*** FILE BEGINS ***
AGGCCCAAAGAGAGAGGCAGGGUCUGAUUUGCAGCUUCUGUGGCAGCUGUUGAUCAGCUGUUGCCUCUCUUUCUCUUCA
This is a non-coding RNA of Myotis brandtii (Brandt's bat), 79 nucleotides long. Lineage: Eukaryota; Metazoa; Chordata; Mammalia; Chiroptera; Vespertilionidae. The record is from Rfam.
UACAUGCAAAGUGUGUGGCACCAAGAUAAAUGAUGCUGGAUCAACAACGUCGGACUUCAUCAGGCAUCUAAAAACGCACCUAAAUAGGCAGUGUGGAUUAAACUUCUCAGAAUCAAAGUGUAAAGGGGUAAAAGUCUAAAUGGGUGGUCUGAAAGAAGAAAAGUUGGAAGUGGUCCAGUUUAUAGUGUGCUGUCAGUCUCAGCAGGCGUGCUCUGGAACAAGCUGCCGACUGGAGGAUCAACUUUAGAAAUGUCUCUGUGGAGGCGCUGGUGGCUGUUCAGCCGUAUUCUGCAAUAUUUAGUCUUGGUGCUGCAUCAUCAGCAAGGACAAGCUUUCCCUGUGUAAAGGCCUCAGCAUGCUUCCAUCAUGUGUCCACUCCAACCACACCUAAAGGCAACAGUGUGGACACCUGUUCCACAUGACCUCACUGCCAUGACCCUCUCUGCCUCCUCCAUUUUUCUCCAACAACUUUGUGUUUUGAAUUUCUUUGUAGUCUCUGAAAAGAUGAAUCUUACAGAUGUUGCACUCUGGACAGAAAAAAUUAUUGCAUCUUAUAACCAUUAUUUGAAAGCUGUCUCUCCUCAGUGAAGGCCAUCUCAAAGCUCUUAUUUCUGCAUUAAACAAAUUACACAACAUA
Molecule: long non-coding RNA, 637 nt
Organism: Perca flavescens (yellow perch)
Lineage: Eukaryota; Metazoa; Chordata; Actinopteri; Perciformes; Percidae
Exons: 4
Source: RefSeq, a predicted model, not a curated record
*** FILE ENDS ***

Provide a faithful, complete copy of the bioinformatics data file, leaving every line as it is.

AGGCCCAAAGAGAGAGGCAGGGUCUGAUUUGCAGCUUCUGUGGCAGCUGUUGAUCAGCUGUUGCCUCUCUUUCUCUUCA
This is a non-coding RNA of Myotis brandtii (Brandt's bat), 79 nucleotides long. Lineage: Eukaryota; Metazoa; Chordata; Mammalia; Chiroptera; Vespertilionidae. The record is from Rfam.
UACAUGCAAAGUGUGUGGCACCAAGAUAAAUGAUGCUGGAUCAACAACGUCGGACUUCAUCAGGCAUCUAAAAACGCACCUAAAUAGGCAGUGUGGAUUAAACUUCUCAGAAUCAAAGUGUAAAGGGGUAAAAGUCUAAAUGGGUGGUCUGAAAGAAGAAAAGUUGGAAGUGGUCCAGUUUAUAGUGUGCUGUCAGUCUCAGCAGGCGUGCUCUGGAACAAGCUGCCGACUGGAGGAUCAACUUUAGAAAUGUCUCUGUGGAGGCGCUGGUGGCUGUUCAGCCGUAUUCUGCAAUAUUUAGUCUUGGUGCUGCAUCAUCAGCAAGGACAAGCUUUCCCUGUGUAAAGGCCUCAGCAUGCUUCCAUCAUGUGUCCACUCCAACCACACCUAAAGGCAACAGUGUGGACACCUGUUCCACAUGACCUCACUGCCAUGACCCUCUCUGCCUCCUCCAUUUUUCUCCAACAACUUUGUGUUUUGAAUUUCUUUGUAGUCUCUGAAAAGAUGAAUCUUACAGAUGUUGCACUCUGGACAGAAAAAAUUAUUGCAUCUUAUAACCAUUAUUUGAAAGCUGUCUCUCCUCAGUGAAGGCCAUCUCAAAGCUCUUAUUUCUGCAUUAAACAAAUUACACAACAUA
Molecule: long non-coding RNA, 637 nt
Organism: Perca flavescens (yellow perch)
Lineage: Eukaryota; Metazoa; Chordata; Actinopteri; Perciformes; Percidae
Exons: 4
Source: RefSeq, a predicted model, not a curated record